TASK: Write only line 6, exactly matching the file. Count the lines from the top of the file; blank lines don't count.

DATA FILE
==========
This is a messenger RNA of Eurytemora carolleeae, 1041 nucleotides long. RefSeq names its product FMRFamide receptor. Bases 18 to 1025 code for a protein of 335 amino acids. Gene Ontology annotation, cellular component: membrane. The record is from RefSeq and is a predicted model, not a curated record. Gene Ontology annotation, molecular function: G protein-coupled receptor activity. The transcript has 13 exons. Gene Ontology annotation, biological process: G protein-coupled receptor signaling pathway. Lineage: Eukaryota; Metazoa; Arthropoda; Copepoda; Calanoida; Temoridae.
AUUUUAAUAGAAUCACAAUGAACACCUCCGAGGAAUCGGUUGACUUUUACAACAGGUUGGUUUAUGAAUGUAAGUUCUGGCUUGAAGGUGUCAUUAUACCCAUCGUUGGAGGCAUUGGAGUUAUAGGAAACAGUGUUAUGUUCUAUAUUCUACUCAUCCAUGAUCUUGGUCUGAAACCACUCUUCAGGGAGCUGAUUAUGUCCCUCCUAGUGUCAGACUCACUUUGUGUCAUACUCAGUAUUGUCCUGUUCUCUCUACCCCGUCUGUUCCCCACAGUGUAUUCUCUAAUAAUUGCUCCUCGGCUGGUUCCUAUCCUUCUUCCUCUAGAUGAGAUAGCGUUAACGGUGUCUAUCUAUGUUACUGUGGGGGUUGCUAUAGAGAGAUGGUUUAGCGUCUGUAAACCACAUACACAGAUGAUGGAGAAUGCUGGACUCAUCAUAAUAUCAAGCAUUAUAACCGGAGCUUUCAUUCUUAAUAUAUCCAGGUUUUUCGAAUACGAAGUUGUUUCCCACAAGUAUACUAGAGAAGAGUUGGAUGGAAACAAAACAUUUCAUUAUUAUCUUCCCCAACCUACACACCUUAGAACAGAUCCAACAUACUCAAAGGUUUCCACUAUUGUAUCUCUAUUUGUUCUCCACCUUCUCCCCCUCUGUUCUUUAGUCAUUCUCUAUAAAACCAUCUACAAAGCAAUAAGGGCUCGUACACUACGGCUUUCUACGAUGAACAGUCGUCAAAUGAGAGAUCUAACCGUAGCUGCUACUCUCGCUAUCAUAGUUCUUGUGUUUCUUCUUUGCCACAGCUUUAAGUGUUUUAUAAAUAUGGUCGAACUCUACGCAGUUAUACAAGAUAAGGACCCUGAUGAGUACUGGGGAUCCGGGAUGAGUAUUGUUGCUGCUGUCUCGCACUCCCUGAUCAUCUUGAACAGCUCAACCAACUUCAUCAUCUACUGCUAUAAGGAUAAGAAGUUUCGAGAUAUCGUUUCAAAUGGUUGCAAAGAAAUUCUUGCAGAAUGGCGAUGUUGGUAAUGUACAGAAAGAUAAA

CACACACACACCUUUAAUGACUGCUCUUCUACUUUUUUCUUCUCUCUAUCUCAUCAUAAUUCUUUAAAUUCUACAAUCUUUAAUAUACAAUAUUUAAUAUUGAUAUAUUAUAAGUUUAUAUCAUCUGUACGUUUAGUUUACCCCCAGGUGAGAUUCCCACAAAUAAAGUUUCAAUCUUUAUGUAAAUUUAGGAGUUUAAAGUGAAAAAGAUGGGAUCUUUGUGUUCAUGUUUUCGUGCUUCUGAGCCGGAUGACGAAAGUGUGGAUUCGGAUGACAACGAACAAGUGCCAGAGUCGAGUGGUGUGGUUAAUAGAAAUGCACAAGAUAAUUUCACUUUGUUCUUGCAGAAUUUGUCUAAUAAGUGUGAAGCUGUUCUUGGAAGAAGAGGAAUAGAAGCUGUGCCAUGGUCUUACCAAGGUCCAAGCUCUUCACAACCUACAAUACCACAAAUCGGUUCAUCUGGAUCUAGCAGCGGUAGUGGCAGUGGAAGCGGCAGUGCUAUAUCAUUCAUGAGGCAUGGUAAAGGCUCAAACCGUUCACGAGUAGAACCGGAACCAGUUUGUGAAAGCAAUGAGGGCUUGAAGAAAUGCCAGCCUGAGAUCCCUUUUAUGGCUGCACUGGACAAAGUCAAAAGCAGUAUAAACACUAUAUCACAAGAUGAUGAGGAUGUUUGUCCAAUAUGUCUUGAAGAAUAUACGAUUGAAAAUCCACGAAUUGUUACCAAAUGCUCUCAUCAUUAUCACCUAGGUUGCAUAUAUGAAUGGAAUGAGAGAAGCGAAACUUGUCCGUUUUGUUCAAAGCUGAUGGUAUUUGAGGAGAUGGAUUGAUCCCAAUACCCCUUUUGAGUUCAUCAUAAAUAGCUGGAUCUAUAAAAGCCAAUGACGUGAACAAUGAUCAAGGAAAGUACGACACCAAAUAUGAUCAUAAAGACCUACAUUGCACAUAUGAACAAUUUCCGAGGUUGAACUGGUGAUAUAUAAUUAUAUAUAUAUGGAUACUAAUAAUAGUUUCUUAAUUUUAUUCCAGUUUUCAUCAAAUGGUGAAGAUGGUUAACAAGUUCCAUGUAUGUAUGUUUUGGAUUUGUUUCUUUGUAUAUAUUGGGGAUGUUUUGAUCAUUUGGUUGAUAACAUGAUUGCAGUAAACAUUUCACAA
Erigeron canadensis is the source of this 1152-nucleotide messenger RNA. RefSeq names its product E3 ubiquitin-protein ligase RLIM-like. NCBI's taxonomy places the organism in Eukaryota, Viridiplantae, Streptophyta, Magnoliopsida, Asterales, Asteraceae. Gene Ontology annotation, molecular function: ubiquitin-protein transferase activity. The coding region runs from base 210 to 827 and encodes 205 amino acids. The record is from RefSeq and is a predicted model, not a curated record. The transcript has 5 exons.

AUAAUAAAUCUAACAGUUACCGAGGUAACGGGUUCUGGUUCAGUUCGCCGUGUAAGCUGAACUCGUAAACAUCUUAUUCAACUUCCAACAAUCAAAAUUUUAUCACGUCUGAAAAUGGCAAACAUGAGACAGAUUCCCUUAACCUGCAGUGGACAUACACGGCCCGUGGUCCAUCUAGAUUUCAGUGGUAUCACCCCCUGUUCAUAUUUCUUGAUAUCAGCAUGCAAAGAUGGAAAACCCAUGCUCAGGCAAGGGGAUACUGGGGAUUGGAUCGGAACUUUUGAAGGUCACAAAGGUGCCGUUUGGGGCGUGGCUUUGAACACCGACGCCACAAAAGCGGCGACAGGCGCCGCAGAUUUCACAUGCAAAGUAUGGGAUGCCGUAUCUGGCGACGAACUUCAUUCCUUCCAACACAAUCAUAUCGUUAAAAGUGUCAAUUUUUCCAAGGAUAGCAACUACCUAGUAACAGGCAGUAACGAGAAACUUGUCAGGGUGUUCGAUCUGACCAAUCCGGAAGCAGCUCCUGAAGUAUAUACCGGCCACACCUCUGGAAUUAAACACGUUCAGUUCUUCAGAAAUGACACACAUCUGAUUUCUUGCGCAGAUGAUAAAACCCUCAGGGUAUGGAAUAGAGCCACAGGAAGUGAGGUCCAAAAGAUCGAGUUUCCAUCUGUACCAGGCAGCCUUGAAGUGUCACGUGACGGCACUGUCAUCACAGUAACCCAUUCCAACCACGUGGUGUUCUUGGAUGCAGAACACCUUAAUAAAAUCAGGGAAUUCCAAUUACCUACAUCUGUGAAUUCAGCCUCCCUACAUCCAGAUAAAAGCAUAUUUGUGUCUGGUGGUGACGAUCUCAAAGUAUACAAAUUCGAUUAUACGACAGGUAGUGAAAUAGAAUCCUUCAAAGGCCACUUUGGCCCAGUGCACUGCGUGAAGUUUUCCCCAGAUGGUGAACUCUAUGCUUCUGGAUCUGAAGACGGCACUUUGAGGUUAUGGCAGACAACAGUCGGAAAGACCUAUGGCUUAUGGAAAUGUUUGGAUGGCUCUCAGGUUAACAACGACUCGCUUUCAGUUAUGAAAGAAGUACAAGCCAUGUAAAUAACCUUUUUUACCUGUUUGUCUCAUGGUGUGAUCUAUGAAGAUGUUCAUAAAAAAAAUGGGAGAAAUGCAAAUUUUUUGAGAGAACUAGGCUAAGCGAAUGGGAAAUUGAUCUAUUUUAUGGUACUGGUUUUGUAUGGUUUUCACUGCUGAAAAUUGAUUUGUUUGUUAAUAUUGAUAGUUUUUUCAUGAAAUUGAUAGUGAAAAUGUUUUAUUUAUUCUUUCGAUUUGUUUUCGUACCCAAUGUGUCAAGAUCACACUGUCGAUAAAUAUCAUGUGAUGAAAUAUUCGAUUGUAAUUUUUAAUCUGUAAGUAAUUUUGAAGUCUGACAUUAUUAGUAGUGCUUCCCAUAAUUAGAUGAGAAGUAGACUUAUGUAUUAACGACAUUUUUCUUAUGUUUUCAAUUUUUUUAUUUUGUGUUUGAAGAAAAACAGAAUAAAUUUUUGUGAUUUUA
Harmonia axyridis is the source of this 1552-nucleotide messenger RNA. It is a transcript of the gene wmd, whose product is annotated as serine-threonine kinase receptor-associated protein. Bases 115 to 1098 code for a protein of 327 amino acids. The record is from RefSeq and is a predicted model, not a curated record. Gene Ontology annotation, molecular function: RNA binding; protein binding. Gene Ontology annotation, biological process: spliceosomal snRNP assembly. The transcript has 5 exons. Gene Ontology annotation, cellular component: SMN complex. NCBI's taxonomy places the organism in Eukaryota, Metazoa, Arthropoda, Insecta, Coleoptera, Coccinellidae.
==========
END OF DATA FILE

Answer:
Harmonia axyridis is the source of this 1552-nucleotide messenger RNA. It is a transcript of the gene wmd, whose product is annotated as serine-threonine kinase receptor-associated protein. Bases 115 to 1098 code for a protein of 327 amino acids. The record is from RefSeq and is a predicted model, not a curated record. Gene Ontology annotation, molecular function: RNA binding; protein binding. Gene Ontology annotation, biological process: spliceosomal snRNP assembly. The transcript has 5 exons. Gene Ontology annotation, cellular component: SMN complex. NCBI's taxonomy places the organism in Eukaryota, Metazoa, Arthropoda, Insecta, Coleoptera, Coccinellidae.